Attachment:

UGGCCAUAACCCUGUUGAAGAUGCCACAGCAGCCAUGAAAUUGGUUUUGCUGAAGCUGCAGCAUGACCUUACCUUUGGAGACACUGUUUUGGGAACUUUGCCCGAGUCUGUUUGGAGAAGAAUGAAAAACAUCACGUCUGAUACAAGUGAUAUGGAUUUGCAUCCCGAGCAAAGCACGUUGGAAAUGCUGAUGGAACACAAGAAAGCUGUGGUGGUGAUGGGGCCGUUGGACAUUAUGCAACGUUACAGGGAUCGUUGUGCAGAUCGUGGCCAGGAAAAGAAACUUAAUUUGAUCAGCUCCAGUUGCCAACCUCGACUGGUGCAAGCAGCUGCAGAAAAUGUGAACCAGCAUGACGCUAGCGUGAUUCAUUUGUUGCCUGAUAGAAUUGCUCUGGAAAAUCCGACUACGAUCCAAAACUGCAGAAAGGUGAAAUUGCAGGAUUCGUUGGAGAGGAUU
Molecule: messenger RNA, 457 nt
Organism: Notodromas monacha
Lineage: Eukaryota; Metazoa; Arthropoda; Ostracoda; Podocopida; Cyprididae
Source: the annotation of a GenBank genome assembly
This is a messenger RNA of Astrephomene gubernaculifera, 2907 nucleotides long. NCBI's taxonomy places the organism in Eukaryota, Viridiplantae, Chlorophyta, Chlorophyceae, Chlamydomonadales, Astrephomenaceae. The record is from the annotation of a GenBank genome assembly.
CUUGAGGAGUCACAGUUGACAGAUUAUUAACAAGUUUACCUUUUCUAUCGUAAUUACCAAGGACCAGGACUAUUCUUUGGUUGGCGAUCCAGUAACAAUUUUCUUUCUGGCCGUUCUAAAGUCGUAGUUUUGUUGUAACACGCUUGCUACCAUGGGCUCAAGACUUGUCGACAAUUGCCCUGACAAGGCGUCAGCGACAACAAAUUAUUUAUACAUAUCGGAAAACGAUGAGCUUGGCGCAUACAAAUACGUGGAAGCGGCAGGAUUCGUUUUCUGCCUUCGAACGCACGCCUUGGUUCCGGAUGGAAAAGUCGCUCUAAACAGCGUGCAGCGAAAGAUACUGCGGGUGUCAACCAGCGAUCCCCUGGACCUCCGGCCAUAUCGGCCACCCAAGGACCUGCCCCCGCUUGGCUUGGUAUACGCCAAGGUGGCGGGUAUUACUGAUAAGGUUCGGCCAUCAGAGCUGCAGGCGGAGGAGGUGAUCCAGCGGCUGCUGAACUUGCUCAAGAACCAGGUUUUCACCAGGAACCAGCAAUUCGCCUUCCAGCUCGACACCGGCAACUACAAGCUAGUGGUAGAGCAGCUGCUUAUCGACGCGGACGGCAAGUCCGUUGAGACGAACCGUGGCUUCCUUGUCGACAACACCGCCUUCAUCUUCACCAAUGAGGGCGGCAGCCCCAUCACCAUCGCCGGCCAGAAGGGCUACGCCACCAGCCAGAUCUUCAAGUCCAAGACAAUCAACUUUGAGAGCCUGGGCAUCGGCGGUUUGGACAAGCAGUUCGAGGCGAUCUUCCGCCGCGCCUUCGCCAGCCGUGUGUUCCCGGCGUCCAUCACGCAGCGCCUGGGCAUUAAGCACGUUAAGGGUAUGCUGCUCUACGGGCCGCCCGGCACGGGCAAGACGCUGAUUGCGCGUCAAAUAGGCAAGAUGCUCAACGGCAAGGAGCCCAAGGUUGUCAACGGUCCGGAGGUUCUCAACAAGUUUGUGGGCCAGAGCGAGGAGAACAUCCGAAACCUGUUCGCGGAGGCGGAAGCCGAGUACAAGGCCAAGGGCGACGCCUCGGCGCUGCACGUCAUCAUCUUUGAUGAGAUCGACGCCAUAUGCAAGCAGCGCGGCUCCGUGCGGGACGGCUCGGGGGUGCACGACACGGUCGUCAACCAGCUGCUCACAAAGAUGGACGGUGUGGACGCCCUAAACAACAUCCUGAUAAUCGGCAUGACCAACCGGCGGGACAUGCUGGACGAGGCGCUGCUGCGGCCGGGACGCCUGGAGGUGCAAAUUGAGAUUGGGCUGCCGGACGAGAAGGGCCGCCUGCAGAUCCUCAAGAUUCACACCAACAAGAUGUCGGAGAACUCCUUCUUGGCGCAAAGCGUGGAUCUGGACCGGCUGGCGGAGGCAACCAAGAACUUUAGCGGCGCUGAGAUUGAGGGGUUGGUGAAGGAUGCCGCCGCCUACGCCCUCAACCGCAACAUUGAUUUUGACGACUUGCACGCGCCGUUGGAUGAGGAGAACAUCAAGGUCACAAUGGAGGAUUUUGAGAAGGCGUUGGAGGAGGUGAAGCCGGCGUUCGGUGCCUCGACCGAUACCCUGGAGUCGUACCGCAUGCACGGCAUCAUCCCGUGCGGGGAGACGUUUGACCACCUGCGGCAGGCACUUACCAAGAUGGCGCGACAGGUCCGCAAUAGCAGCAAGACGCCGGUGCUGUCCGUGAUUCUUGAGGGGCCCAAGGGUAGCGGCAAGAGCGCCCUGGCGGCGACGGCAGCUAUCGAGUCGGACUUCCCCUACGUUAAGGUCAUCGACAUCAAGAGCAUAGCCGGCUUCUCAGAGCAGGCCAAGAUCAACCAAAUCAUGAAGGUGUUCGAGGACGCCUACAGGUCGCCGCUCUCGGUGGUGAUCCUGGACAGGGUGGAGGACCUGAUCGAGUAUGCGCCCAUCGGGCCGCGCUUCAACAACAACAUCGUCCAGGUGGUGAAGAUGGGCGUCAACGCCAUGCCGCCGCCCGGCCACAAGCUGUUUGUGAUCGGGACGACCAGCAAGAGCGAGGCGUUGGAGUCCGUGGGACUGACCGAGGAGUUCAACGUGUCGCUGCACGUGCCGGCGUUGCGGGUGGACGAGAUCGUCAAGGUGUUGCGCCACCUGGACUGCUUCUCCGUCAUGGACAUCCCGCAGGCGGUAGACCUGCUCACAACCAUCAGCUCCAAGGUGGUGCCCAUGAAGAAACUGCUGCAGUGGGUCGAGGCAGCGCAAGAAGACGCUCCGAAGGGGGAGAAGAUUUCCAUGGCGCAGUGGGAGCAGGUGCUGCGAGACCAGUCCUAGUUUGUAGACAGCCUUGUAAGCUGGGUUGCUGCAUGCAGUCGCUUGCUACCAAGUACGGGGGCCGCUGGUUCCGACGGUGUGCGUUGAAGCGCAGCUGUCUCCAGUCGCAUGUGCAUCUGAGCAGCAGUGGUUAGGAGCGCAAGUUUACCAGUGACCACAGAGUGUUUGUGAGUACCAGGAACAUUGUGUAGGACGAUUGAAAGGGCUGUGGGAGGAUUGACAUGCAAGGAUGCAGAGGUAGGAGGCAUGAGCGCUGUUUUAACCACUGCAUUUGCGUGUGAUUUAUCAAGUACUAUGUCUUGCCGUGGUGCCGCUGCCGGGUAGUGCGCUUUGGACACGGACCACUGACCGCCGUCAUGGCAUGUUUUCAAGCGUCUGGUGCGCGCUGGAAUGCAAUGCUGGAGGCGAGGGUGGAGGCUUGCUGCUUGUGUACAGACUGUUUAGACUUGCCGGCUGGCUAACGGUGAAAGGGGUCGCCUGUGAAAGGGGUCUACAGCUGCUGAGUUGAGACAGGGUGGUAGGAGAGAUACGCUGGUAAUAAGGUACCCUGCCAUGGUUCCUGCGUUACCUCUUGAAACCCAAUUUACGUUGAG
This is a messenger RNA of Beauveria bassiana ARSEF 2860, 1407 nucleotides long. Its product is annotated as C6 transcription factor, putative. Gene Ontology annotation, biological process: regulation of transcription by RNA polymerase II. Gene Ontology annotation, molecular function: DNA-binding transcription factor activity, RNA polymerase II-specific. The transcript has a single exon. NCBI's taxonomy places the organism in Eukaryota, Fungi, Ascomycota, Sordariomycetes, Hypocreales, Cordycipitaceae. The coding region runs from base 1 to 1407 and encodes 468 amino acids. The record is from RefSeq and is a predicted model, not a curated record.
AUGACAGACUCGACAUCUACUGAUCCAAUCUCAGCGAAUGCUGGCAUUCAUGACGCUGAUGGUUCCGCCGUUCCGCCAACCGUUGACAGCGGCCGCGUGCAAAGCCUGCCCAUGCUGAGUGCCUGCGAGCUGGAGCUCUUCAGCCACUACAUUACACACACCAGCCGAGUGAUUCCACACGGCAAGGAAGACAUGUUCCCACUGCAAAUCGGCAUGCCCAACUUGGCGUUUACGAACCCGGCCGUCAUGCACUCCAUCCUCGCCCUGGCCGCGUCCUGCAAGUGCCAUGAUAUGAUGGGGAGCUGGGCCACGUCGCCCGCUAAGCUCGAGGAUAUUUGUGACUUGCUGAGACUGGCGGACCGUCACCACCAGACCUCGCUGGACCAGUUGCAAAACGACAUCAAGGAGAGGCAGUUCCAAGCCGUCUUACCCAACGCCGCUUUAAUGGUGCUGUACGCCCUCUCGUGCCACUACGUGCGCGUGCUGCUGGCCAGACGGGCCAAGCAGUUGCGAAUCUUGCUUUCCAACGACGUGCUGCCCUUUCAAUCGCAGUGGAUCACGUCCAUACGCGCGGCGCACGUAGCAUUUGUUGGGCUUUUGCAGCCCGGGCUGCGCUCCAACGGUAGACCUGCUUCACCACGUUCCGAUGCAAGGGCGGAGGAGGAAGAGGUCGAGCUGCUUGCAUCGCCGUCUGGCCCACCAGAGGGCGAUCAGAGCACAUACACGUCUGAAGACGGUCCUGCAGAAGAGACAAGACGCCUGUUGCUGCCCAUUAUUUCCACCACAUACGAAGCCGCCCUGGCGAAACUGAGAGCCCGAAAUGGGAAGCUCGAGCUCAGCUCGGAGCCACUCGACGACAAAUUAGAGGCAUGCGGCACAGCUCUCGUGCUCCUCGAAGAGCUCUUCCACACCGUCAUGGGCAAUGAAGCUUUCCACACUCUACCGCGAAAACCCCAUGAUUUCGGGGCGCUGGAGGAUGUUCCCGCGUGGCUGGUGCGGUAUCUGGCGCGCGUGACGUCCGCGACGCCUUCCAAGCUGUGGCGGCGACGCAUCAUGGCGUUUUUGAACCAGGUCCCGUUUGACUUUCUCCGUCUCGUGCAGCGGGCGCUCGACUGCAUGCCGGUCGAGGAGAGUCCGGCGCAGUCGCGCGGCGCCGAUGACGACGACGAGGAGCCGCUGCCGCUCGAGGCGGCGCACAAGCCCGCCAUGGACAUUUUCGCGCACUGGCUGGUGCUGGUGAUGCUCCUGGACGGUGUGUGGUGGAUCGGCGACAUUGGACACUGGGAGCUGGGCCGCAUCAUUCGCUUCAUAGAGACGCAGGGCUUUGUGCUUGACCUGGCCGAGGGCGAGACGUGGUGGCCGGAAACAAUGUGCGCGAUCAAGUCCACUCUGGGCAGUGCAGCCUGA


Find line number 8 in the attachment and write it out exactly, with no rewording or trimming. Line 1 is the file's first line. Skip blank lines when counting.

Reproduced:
This is a messenger RNA of Beauveria bassiana ARSEF 2860, 1407 nucleotides long. Its product is annotated as C6 transcription factor, putative. Gene Ontology annotation, biological process: regulation of transcription by RNA polymerase II. Gene Ontology annotation, molecular function: DNA-binding transcription factor activity, RNA polymerase II-specific. The transcript has a single exon. NCBI's taxonomy places the organism in Eukaryota, Fungi, Ascomycota, Sordariomycetes, Hypocreales, Cordycipitaceae. The coding region runs from base 1 to 1407 and encodes 468 amino acids. The record is from RefSeq and is a predicted model, not a curated record.